BOSTON, May 6 (Reuters) - The top Massachusetts court on Monday is set to consider whether the state's voters will get to decide two ballot proposals in November that would redefine the relationship between app-based companies like Uber Technologies and Lyft and their drivers - one backed by industry and the other by labor.

The Massachusetts Supreme Judicial Court first will hear arguments in a labor-backed challenge to a ballot proposal by an industry-supported group that would ask voters to declare that the drivers for the companies are not employees but rather independent contractors entitled to some new benefits.

The court then will hear a challenge by a conservative think tank to a proposed ballot measure supported by the Service Employees International Union's Local 32BJ that would ask voters to allow Uber and Lyft drivers to unionize.

Using contractors can cost companies as much as 30% less than using employees, according to various studies. A ballot victory for the companies in a state with some of the most employee-friendly laws could embolden them to pursue similar measures in other states, according to labor activists.

Uber and Lyft, along with app-based delivery services Instacart and DoorDash, have spent millions of dollars to support the ballot proposal that would cement the status of their drivers as contractors under state law.

The proposal by Flexibility and Benefits for Massachusetts Drivers, a ballot measure committee whose contributors include the four companies, also would establish an earnings floor equal to 120% of the state's minimum wage for app-based drivers, or $18 an hour in 2023 before tips.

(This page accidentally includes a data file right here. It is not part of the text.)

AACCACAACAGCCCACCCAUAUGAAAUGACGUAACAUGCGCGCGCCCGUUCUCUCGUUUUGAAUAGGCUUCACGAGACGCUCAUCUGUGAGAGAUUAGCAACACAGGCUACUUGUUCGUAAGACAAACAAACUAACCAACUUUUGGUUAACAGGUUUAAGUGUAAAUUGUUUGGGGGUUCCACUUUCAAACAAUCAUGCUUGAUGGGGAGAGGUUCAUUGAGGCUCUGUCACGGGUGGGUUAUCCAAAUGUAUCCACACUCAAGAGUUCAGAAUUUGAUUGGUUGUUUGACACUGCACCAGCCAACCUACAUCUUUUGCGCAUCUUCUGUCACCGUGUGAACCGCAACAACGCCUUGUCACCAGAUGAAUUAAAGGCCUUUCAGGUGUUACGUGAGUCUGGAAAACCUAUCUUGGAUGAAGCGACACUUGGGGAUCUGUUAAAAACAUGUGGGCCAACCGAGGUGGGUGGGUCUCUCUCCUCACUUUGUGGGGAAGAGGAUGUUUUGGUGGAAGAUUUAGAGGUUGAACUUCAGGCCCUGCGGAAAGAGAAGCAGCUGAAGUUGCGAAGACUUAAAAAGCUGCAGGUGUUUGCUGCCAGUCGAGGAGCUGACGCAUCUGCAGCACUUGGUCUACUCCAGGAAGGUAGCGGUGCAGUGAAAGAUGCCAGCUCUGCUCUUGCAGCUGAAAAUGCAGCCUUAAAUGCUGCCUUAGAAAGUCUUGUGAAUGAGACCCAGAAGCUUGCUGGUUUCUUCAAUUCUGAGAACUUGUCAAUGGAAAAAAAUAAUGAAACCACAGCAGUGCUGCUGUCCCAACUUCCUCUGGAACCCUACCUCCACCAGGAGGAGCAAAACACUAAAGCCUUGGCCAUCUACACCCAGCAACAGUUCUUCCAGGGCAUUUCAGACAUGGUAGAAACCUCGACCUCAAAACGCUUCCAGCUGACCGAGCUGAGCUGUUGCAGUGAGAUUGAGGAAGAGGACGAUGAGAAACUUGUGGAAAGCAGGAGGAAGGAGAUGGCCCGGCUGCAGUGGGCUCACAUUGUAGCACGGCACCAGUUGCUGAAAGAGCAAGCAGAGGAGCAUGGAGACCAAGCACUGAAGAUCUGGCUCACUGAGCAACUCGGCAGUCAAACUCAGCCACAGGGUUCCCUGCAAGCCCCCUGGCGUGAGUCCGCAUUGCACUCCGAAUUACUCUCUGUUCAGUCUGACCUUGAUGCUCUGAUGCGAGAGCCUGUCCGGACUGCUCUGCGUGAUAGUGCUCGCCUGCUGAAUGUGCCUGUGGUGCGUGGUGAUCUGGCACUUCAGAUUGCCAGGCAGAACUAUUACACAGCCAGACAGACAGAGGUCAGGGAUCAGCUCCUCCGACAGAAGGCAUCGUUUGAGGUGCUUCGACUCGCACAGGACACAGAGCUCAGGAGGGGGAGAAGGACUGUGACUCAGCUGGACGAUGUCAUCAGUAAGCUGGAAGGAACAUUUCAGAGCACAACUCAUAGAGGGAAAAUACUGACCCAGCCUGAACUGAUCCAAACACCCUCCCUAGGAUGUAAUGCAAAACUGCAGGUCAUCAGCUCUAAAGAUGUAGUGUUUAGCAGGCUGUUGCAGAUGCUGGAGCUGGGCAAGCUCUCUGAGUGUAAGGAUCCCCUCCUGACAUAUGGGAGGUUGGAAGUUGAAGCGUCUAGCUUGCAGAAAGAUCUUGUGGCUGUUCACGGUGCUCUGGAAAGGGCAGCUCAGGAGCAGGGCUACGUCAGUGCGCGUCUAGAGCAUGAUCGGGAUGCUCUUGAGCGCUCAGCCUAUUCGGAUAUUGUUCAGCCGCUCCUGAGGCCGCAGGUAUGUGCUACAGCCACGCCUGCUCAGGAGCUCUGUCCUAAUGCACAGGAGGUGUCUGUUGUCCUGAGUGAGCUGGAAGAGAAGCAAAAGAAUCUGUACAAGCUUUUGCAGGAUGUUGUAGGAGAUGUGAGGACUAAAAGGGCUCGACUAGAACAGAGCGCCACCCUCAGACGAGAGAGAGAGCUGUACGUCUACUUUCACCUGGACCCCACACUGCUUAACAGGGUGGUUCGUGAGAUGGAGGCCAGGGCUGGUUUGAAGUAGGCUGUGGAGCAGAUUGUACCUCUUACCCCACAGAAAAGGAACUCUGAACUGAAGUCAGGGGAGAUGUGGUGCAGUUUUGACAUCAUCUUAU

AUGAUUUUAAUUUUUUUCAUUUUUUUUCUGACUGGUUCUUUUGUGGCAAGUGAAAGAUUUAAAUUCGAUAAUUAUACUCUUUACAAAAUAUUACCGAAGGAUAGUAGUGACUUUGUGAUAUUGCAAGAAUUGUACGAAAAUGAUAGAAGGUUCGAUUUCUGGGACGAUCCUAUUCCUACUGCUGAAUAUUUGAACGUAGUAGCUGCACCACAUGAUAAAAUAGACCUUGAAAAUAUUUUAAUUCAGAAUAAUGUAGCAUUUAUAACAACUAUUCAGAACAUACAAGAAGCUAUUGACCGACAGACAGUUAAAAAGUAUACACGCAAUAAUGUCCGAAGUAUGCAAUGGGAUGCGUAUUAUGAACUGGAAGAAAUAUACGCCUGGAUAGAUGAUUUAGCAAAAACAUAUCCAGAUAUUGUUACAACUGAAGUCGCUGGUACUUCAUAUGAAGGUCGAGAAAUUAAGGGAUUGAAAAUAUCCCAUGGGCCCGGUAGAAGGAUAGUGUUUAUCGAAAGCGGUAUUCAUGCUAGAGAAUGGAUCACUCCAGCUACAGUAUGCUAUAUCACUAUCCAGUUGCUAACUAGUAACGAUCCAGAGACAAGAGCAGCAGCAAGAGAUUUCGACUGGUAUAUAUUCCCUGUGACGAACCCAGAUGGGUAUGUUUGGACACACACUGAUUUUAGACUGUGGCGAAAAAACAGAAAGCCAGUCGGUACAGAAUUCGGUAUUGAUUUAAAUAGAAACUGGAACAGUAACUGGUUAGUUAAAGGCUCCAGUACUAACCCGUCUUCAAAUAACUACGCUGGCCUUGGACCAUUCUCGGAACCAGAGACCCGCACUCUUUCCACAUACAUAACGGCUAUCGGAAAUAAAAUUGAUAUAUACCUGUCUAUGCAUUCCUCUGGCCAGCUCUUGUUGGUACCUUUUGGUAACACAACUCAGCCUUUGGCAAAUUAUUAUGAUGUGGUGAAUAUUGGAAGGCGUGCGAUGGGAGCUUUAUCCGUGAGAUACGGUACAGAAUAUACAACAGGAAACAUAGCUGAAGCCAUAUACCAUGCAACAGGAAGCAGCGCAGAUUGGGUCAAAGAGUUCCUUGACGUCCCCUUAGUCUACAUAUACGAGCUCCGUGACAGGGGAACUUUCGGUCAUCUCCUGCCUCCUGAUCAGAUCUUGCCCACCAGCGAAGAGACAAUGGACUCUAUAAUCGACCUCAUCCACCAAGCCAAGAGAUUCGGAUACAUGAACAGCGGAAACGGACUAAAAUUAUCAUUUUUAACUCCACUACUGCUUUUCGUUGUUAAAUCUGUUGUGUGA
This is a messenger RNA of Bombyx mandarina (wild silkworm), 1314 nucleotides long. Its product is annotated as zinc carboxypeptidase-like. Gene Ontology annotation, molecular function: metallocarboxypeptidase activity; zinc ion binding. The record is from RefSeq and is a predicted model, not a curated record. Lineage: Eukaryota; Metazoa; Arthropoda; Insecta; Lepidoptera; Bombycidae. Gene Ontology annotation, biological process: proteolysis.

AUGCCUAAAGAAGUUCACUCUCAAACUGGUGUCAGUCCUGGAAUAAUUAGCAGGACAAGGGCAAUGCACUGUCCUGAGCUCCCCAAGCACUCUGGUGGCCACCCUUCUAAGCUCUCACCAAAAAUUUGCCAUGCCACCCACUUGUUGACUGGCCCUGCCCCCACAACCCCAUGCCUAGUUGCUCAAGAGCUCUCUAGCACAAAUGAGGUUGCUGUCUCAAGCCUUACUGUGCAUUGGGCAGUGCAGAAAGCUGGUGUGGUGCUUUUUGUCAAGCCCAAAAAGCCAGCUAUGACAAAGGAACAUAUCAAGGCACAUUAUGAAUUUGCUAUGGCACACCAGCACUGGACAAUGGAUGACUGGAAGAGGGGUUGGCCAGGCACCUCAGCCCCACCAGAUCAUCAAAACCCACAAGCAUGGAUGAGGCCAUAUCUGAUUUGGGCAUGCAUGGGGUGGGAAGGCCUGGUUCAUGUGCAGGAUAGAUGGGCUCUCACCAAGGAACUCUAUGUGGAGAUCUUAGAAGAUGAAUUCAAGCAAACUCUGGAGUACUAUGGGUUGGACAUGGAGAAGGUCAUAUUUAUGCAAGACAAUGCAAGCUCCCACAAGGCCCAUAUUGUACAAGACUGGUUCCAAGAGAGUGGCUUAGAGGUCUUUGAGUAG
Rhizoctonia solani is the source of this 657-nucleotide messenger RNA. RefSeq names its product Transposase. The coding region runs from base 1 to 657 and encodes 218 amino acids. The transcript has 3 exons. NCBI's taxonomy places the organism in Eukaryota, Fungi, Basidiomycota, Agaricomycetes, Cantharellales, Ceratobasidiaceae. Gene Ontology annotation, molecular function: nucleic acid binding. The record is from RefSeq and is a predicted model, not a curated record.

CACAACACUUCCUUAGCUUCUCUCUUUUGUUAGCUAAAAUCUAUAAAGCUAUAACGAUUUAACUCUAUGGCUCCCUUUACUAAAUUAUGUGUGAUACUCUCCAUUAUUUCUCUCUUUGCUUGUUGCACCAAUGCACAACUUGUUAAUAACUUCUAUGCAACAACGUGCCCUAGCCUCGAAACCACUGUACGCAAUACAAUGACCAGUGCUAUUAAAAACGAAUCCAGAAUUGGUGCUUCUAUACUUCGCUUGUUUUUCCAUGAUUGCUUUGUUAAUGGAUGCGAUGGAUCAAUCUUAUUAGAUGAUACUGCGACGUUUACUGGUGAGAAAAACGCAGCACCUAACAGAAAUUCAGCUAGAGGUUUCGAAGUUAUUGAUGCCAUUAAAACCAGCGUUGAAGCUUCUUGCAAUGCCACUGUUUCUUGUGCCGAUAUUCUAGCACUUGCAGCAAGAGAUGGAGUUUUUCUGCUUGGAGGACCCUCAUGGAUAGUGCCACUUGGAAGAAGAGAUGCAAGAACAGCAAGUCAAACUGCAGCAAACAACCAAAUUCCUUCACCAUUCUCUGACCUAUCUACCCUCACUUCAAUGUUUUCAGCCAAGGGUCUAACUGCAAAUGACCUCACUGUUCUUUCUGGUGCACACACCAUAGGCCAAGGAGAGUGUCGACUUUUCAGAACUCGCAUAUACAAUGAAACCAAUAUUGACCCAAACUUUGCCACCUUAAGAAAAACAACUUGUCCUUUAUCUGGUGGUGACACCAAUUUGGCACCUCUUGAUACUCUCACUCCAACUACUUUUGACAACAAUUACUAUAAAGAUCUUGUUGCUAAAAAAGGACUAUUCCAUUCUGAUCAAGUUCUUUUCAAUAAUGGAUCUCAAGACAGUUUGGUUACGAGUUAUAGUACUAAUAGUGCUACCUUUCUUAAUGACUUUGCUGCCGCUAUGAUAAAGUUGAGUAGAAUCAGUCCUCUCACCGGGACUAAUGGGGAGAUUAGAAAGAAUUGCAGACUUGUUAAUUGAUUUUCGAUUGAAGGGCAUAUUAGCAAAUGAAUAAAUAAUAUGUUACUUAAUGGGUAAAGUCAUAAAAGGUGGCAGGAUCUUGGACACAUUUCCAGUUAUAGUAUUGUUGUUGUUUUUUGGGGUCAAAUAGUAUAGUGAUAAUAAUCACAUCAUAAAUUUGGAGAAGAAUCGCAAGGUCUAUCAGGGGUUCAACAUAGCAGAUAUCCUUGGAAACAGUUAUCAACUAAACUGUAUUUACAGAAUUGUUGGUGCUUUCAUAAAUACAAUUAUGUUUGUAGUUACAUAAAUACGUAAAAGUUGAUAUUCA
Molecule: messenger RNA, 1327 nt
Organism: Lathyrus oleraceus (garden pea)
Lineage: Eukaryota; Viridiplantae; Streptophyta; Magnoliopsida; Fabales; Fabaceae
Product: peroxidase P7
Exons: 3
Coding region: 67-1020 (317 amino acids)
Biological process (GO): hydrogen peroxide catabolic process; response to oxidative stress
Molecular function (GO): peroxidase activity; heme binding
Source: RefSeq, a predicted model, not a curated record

Drivers would receive healthcare stipends, occupational accident insurance and paid sick time under the proposal.

The same court in 2022 blocked a similar industry-backed ballot measure, finding that it contained an unrelated proposal that ran afoul of a state constitutional requirement that ballot questions be limited to related subjects.

To hedge its bets, Flexibility and Benefits for Massachusetts Drivers is gathering signatures for five different versions of the current ballot question, only one of which would be put before voters on Nov. 5.

Uber and Lyft also are preparing to face a May 13 trial in a civil lawsuit filed in 2020 by the state. The state's Democratic attorney general, Andrea Joy Campbell, is asking a judge to conclude that the two companies have been unlawfully classifying their drivers as contractors, not employees.

Should Uber and Lyft lose that trial and fail to win over voters at the ballot box, the companies have said they could be forced to cease operations in Massachusetts due to the economics.

If the industry-backed ballot measure passes but the state wins in the trial, Campbell's office has said the new law would control for the future but that Uber and Lyft could be subject to penalties for the past misclassification of their drivers.

(Reporting by Nate Raymond in Boston, Editing by Will Dunham and Alexia Garamfalvi)